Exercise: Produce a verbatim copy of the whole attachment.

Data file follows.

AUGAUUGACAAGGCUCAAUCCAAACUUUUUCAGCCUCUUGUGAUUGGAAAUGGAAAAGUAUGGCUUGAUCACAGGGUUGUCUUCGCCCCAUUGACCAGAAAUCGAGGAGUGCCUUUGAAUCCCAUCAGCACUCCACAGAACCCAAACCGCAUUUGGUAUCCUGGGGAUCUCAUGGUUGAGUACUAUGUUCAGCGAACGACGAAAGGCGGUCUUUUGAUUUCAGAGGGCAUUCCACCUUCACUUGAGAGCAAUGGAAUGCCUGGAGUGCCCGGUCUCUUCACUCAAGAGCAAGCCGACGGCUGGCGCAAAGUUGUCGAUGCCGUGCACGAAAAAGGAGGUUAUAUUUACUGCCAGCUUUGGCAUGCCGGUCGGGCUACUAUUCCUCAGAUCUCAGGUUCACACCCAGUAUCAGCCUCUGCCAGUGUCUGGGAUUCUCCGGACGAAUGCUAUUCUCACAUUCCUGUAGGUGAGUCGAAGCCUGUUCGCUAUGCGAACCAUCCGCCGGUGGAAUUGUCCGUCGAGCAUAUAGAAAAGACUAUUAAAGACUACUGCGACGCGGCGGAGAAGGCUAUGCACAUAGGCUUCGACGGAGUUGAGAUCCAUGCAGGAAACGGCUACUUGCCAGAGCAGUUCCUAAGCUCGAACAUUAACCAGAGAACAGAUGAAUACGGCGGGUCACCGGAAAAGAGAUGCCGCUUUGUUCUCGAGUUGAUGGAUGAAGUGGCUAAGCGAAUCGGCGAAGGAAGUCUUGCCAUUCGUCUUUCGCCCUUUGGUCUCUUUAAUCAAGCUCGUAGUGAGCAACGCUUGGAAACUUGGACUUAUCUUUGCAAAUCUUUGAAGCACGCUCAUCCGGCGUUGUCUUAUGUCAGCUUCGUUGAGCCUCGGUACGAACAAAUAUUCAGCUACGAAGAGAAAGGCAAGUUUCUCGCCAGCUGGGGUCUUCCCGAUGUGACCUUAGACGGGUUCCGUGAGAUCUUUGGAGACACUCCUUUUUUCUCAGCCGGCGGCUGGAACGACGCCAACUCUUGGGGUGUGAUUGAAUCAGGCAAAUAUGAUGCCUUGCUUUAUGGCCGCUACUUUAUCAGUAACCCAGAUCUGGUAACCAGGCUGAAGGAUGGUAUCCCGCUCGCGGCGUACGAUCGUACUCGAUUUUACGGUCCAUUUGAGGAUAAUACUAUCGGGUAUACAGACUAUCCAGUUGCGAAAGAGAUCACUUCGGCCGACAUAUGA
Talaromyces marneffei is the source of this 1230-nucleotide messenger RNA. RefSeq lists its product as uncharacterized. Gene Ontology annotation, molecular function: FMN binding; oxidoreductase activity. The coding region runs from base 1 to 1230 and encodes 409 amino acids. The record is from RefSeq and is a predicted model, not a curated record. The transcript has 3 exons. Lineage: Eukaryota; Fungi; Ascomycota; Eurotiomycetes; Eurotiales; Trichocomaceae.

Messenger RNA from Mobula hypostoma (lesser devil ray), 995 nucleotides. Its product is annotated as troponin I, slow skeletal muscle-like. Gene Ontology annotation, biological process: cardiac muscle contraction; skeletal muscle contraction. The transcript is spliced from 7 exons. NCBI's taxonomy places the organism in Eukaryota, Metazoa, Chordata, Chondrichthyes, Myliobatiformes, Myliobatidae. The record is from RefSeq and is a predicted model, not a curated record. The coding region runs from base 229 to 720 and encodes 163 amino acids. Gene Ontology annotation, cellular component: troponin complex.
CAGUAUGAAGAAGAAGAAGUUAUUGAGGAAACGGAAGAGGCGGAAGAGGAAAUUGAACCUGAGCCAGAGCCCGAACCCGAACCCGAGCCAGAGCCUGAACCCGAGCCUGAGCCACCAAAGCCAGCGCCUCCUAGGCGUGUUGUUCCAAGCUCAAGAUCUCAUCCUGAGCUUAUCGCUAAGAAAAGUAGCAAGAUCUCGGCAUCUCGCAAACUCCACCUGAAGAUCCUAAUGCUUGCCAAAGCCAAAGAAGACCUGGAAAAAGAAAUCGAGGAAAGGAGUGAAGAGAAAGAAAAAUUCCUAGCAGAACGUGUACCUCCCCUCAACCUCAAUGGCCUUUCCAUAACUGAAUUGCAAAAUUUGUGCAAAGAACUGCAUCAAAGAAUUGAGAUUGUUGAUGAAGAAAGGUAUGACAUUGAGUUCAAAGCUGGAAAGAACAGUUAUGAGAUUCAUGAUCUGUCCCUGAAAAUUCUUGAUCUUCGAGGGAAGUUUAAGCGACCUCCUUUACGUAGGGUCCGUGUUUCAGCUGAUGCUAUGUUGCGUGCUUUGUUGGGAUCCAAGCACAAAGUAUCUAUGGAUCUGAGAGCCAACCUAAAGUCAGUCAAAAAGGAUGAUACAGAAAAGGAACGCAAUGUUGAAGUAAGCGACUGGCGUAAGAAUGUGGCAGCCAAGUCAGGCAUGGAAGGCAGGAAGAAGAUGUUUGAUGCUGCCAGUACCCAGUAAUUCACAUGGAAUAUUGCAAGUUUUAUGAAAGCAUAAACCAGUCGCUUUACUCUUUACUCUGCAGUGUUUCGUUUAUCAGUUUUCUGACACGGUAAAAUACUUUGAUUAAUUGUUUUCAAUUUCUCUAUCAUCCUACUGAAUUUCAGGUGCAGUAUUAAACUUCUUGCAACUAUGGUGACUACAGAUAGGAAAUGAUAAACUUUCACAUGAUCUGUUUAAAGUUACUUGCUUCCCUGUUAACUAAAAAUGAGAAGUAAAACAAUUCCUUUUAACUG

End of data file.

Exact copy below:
AUGAUUGACAAGGCUCAAUCCAAACUUUUUCAGCCUCUUGUGAUUGGAAAUGGAAAAGUAUGGCUUGAUCACAGGGUUGUCUUCGCCCCAUUGACCAGAAAUCGAGGAGUGCCUUUGAAUCCCAUCAGCACUCCACAGAACCCAAACCGCAUUUGGUAUCCUGGGGAUCUCAUGGUUGAGUACUAUGUUCAGCGAACGACGAAAGGCGGUCUUUUGAUUUCAGAGGGCAUUCCACCUUCACUUGAGAGCAAUGGAAUGCCUGGAGUGCCCGGUCUCUUCACUCAAGAGCAAGCCGACGGCUGGCGCAAAGUUGUCGAUGCCGUGCACGAAAAAGGAGGUUAUAUUUACUGCCAGCUUUGGCAUGCCGGUCGGGCUACUAUUCCUCAGAUCUCAGGUUCACACCCAGUAUCAGCCUCUGCCAGUGUCUGGGAUUCUCCGGACGAAUGCUAUUCUCACAUUCCUGUAGGUGAGUCGAAGCCUGUUCGCUAUGCGAACCAUCCGCCGGUGGAAUUGUCCGUCGAGCAUAUAGAAAAGACUAUUAAAGACUACUGCGACGCGGCGGAGAAGGCUAUGCACAUAGGCUUCGACGGAGUUGAGAUCCAUGCAGGAAACGGCUACUUGCCAGAGCAGUUCCUAAGCUCGAACAUUAACCAGAGAACAGAUGAAUACGGCGGGUCACCGGAAAAGAGAUGCCGCUUUGUUCUCGAGUUGAUGGAUGAAGUGGCUAAGCGAAUCGGCGAAGGAAGUCUUGCCAUUCGUCUUUCGCCCUUUGGUCUCUUUAAUCAAGCUCGUAGUGAGCAACGCUUGGAAACUUGGACUUAUCUUUGCAAAUCUUUGAAGCACGCUCAUCCGGCGUUGUCUUAUGUCAGCUUCGUUGAGCCUCGGUACGAACAAAUAUUCAGCUACGAAGAGAAAGGCAAGUUUCUCGCCAGCUGGGGUCUUCCCGAUGUGACCUUAGACGGGUUCCGUGAGAUCUUUGGAGACACUCCUUUUUUCUCAGCCGGCGGCUGGAACGACGCCAACUCUUGGGGUGUGAUUGAAUCAGGCAAAUAUGAUGCCUUGCUUUAUGGCCGCUACUUUAUCAGUAACCCAGAUCUGGUAACCAGGCUGAAGGAUGGUAUCCCGCUCGCGGCGUACGAUCGUACUCGAUUUUACGGUCCAUUUGAGGAUAAUACUAUCGGGUAUACAGACUAUCCAGUUGCGAAAGAGAUCACUUCGGCCGACAUAUGA
Talaromyces marneffei is the source of this 1230-nucleotide messenger RNA. RefSeq lists its product as uncharacterized. Gene Ontology annotation, molecular function: FMN binding; oxidoreductase activity. The coding region runs from base 1 to 1230 and encodes 409 amino acids. The record is from RefSeq and is a predicted model, not a curated record. The transcript has 3 exons. Lineage: Eukaryota; Fungi; Ascomycota; Eurotiomycetes; Eurotiales; Trichocomaceae.

Messenger RNA from Mobula hypostoma (lesser devil ray), 995 nucleotides. Its product is annotated as troponin I, slow skeletal muscle-like. Gene Ontology annotation, biological process: cardiac muscle contraction; skeletal muscle contraction. The transcript is spliced from 7 exons. NCBI's taxonomy places the organism in Eukaryota, Metazoa, Chordata, Chondrichthyes, Myliobatiformes, Myliobatidae. The record is from RefSeq and is a predicted model, not a curated record. The coding region runs from base 229 to 720 and encodes 163 amino acids. Gene Ontology annotation, cellular component: troponin complex.
CAGUAUGAAGAAGAAGAAGUUAUUGAGGAAACGGAAGAGGCGGAAGAGGAAAUUGAACCUGAGCCAGAGCCCGAACCCGAACCCGAGCCAGAGCCUGAACCCGAGCCUGAGCCACCAAAGCCAGCGCCUCCUAGGCGUGUUGUUCCAAGCUCAAGAUCUCAUCCUGAGCUUAUCGCUAAGAAAAGUAGCAAGAUCUCGGCAUCUCGCAAACUCCACCUGAAGAUCCUAAUGCUUGCCAAAGCCAAAGAAGACCUGGAAAAAGAAAUCGAGGAAAGGAGUGAAGAGAAAGAAAAAUUCCUAGCAGAACGUGUACCUCCCCUCAACCUCAAUGGCCUUUCCAUAACUGAAUUGCAAAAUUUGUGCAAAGAACUGCAUCAAAGAAUUGAGAUUGUUGAUGAAGAAAGGUAUGACAUUGAGUUCAAAGCUGGAAAGAACAGUUAUGAGAUUCAUGAUCUGUCCCUGAAAAUUCUUGAUCUUCGAGGGAAGUUUAAGCGACCUCCUUUACGUAGGGUCCGUGUUUCAGCUGAUGCUAUGUUGCGUGCUUUGUUGGGAUCCAAGCACAAAGUAUCUAUGGAUCUGAGAGCCAACCUAAAGUCAGUCAAAAAGGAUGAUACAGAAAAGGAACGCAAUGUUGAAGUAAGCGACUGGCGUAAGAAUGUGGCAGCCAAGUCAGGCAUGGAAGGCAGGAAGAAGAUGUUUGAUGCUGCCAGUACCCAGUAAUUCACAUGGAAUAUUGCAAGUUUUAUGAAAGCAUAAACCAGUCGCUUUACUCUUUACUCUGCAGUGUUUCGUUUAUCAGUUUUCUGACACGGUAAAAUACUUUGAUUAAUUGUUUUCAAUUUCUCUAUCAUCCUACUGAAUUUCAGGUGCAGUAUUAAACUUCUUGCAACUAUGGUGACUACAGAUAGGAAAUGAUAAACUUUCACAUGAUCUGUUUAAAGUUACUUGCUUCCCUGUUAACUAAAAAUGAGAAGUAAAACAAUUCCUUUUAACUG